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Guest Message by DevFuse

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Spark coming from Coax


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28 replies to this topic

#21 OFFLINE   nmetro

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Posted 02 May 2012 - 05:17 PM

I have DISH for TV, COMCAST for internet. In my set up, Comcast only connected one cable to run to my home office to connect their service. My DISH connection, has two feeds only going to the satellite. Two other feeds are turned off. COMCAST placed a junction box at the point where the cables come from my house to a central point, in back of the garage. In no case, are the two systems are connected to each other. Though, it makes it easy to add more rooms to my satellite service in the future.

So, it sounds like whoever set up the service, described above, decided to merge both systems. Not only is this a bad idea, it could potentially damage the Comcast Internet Modem, equipment connected to the modem (most likely a wireless router) and affect the signal fro DISH, as well. Not to mention, it could damage DISH equipment. Two incompatible system requiring two different electrical requirements.

As others have suggested, either get a eletrician or have both DISH and COMCAST come out, at the same time, if possible, to straighten out this mess. If not, this could prove very expensive for any equipment connected via COAX.

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#22 OFFLINE   harsh

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Posted 04 May 2012 - 08:20 AM

There is technically nothing wrong with diplexing and it does NOT necessarily risk equipment on the either side if done right (and it is pretty hard to mess up). There are two real issues:

1. Insertion loss (the more connections, the weaker the signal)

2. At some point, CATV may decide to run their voice or data services at frequencies >900MHz and that may kill your voice/data service.

Unless you're stupid or lazy enough to plug the CATV cable into the SAT port or only use one diplexer, you're safe from injected voltage on both sides of the diplexer pair.

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#23 OFFLINE   bigglebowski

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Posted 04 May 2012 - 08:54 AM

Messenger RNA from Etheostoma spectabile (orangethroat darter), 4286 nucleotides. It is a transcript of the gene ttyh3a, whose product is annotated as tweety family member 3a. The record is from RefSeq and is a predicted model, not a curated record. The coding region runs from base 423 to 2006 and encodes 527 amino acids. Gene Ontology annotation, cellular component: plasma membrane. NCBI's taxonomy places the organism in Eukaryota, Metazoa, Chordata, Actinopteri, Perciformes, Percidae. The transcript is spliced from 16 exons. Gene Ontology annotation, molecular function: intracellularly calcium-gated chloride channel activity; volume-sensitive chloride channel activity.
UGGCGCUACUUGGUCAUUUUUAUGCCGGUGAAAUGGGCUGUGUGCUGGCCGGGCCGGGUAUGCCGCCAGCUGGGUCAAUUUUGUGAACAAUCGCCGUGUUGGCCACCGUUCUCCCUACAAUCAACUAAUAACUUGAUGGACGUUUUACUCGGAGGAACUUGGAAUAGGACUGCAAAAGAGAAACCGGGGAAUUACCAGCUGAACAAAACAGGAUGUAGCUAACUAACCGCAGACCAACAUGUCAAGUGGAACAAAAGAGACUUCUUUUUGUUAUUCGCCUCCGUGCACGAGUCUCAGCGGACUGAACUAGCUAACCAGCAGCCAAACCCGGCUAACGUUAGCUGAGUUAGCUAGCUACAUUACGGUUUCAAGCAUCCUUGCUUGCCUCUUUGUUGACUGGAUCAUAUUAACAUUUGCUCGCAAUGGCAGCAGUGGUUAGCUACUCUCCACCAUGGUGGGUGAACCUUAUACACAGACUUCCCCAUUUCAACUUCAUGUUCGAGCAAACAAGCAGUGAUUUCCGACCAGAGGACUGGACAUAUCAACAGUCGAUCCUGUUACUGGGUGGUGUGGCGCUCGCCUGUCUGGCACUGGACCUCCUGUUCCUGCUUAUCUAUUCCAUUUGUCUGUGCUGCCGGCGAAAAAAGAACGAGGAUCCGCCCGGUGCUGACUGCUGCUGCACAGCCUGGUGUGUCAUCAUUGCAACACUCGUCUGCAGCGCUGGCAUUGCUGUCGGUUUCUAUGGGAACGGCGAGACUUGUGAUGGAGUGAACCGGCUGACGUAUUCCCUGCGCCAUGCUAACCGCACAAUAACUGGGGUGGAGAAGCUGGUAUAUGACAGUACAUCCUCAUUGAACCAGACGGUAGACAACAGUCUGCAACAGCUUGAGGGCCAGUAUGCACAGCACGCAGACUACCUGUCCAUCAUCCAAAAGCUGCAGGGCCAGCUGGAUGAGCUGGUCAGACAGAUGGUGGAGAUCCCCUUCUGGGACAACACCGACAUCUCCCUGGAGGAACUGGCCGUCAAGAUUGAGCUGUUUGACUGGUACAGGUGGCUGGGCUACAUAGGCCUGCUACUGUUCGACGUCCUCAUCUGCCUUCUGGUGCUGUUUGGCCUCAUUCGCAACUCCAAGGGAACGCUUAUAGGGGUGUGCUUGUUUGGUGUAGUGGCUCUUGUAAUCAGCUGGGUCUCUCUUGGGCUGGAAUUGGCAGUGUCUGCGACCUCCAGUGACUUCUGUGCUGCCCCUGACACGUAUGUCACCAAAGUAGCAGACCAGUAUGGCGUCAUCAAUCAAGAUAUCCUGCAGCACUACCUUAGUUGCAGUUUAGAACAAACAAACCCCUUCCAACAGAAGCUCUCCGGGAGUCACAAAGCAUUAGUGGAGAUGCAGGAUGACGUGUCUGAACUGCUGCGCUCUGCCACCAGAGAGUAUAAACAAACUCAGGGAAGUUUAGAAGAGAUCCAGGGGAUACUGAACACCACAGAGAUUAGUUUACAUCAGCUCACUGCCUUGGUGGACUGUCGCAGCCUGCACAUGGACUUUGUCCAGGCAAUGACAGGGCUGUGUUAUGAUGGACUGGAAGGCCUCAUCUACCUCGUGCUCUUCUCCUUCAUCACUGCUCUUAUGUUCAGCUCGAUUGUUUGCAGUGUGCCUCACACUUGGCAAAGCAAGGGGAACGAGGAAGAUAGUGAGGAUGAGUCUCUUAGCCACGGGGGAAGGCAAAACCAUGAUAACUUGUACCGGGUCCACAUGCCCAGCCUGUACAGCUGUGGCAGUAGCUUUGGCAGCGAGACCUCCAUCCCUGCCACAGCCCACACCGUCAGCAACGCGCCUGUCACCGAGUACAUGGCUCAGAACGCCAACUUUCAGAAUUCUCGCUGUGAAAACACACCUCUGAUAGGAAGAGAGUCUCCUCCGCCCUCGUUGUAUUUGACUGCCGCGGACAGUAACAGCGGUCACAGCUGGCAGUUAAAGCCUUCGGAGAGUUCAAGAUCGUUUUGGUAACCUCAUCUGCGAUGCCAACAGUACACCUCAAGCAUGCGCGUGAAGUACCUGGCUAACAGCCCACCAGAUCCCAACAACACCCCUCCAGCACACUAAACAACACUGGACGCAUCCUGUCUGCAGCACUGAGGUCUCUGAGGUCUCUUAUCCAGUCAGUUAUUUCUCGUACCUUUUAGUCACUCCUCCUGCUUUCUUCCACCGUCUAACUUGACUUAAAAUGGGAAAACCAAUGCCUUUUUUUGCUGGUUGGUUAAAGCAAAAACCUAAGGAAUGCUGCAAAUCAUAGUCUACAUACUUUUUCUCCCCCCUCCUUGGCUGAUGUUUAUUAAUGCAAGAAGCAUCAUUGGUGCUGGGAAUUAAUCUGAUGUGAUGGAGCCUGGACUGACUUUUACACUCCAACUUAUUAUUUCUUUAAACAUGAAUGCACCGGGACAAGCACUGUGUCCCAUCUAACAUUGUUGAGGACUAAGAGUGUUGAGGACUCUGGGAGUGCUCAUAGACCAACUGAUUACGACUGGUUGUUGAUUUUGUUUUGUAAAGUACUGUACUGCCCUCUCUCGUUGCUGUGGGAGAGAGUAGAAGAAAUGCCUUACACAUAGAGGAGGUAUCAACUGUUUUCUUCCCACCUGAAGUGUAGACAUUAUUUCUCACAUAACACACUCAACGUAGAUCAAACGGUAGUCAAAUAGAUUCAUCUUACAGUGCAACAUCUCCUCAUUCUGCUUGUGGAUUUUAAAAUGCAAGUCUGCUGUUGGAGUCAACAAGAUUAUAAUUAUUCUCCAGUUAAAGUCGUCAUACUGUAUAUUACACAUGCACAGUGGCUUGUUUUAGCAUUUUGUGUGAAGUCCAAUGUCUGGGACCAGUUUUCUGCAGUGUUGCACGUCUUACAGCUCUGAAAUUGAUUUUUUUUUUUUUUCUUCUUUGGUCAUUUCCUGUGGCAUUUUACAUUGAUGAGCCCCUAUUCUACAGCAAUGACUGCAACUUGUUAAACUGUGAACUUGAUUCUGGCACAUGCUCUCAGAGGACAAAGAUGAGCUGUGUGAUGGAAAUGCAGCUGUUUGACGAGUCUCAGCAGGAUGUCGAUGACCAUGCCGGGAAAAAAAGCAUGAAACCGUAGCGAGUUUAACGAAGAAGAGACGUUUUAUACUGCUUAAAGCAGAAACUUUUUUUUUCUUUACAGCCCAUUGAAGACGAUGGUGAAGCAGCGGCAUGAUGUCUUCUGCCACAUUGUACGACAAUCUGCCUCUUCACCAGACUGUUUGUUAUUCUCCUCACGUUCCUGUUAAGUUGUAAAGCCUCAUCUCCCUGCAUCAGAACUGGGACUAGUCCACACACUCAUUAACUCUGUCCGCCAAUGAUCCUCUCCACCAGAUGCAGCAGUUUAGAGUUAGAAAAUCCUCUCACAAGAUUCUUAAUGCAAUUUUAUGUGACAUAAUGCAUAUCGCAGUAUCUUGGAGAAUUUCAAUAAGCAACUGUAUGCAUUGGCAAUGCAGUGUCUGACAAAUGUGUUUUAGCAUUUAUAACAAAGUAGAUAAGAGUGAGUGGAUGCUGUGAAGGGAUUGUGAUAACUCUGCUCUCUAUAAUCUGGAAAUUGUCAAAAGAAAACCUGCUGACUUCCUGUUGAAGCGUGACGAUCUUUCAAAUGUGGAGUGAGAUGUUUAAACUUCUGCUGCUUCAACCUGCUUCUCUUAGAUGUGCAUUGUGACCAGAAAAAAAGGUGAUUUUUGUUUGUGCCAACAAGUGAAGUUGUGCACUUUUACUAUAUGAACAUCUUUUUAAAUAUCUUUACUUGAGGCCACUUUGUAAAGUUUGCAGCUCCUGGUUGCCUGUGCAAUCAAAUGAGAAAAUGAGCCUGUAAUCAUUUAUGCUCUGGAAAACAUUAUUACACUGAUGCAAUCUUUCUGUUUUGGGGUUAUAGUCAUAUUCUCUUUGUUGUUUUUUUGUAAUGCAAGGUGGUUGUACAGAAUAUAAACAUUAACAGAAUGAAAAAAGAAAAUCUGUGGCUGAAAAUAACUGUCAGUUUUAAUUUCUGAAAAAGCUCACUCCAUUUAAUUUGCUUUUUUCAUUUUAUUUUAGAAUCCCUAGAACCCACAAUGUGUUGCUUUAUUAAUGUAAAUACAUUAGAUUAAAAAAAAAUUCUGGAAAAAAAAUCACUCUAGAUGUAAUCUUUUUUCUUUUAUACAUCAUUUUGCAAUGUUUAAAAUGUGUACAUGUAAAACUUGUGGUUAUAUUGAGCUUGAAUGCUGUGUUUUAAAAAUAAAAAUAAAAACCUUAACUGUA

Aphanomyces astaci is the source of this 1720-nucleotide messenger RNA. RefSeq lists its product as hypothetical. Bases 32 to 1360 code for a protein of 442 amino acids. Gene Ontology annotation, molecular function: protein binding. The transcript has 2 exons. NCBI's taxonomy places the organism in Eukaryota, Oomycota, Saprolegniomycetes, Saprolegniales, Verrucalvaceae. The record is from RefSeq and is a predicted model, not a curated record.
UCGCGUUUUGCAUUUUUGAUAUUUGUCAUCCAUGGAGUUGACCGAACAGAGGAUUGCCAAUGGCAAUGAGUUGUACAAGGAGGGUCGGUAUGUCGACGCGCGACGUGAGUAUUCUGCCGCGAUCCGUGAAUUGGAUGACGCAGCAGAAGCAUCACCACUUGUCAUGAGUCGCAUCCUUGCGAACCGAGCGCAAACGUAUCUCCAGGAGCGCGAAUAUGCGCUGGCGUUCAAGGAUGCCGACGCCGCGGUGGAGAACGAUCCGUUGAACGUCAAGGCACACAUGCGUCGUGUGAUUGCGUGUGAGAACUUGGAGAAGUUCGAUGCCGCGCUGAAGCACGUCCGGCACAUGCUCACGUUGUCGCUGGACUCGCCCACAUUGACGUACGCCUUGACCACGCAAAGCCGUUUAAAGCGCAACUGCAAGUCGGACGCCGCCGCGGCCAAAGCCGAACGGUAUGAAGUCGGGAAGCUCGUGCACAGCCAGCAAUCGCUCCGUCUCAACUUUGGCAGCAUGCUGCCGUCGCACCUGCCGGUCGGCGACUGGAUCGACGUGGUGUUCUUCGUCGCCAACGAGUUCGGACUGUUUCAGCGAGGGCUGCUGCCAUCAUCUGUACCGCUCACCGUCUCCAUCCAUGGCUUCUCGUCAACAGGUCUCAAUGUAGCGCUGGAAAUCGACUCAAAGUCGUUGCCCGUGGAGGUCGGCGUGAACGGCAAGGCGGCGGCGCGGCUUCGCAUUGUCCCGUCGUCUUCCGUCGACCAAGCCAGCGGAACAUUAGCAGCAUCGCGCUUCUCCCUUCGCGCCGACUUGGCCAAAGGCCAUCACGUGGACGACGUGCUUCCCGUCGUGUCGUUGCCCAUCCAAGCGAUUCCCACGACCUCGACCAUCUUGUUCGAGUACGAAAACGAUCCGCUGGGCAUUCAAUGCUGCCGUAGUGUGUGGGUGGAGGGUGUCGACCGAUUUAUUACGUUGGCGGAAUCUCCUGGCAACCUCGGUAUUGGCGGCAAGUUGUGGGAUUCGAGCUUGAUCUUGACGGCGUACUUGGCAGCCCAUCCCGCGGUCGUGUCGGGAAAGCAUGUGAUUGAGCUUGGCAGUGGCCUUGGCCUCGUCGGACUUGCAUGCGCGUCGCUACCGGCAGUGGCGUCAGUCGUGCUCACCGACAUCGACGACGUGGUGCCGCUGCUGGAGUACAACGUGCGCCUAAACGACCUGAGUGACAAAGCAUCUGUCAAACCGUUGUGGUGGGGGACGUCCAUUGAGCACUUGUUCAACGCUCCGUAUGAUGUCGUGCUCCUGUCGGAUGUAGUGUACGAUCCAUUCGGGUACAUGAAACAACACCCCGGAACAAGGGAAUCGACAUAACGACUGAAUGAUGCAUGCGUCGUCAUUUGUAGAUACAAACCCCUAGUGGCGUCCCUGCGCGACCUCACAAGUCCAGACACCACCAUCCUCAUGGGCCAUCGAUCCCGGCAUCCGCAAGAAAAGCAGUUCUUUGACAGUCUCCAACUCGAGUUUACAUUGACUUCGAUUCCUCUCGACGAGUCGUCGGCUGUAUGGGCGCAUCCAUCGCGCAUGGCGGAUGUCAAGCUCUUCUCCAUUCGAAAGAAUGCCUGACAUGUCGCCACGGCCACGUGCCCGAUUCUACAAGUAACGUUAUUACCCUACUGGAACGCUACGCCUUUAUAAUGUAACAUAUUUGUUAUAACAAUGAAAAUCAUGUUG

No crawl space underneath...so it sounds like I need to somehow figure out a way to get a cable from the panel in the laundry room (where each bedroom terminates and comcast comes in) to the outside entry point of comcast's wire on the side of the house.

Not sure how you could do this without tearing open the walls or running a cable out in the open.


At the distribution place is the house phone wiring there? Is it at least cat3 or cat5? Does one of the lines run to the room where you want the modem?

This is what i did, moved my modem to the other side of room (utility shed) from where all coax and phone lines go. Figure out which phone line outside goes to the room where router is and replace rj11 plate with a keystone rj45 jack. From that jack a 25' cat5 jumper ties it into my router.

In my case the phone wiring was cat3 with only 4 wires in it but thats all network wires use.

#24 OFFLINE   Michael P

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Posted 04 May 2012 - 10:19 PM

Everything with the following setup was working flawlessly until about 2 weeks ago. Internet started going up and down all the time and continues. Comcast tech came out and said everything is fine and then he disconnected the Dish coax coming FROM the VIP722, when he disconnected it, and saw it spark against the diplexer while moving around. He said that's "bad" and could be causing the problem.

Setup is as follows:
1) Comcast & Dish outside coax --->
2) Diplexer (Dish on the Power Pass side) at home entry point ---->
3) Coax cabling through the home's walls to a main panel in the laundry room (there is typically a splitter here to distribute coax signal to each room but I have removed it and uses a female-female connector to just have coax in one room) ---->
4) Diplexer at room entry point, again power side to dish, non-power side to Cable Internet modem.

Is this spark bad? I thought the whole point of the diplexer is that it passes DC on only one side so it shouldn't be getting back into the Comcast modem? Does Dish normally pass voltage over their coax?

Any thoughts on how to fix/if this is a problem would be appreciated.
thanks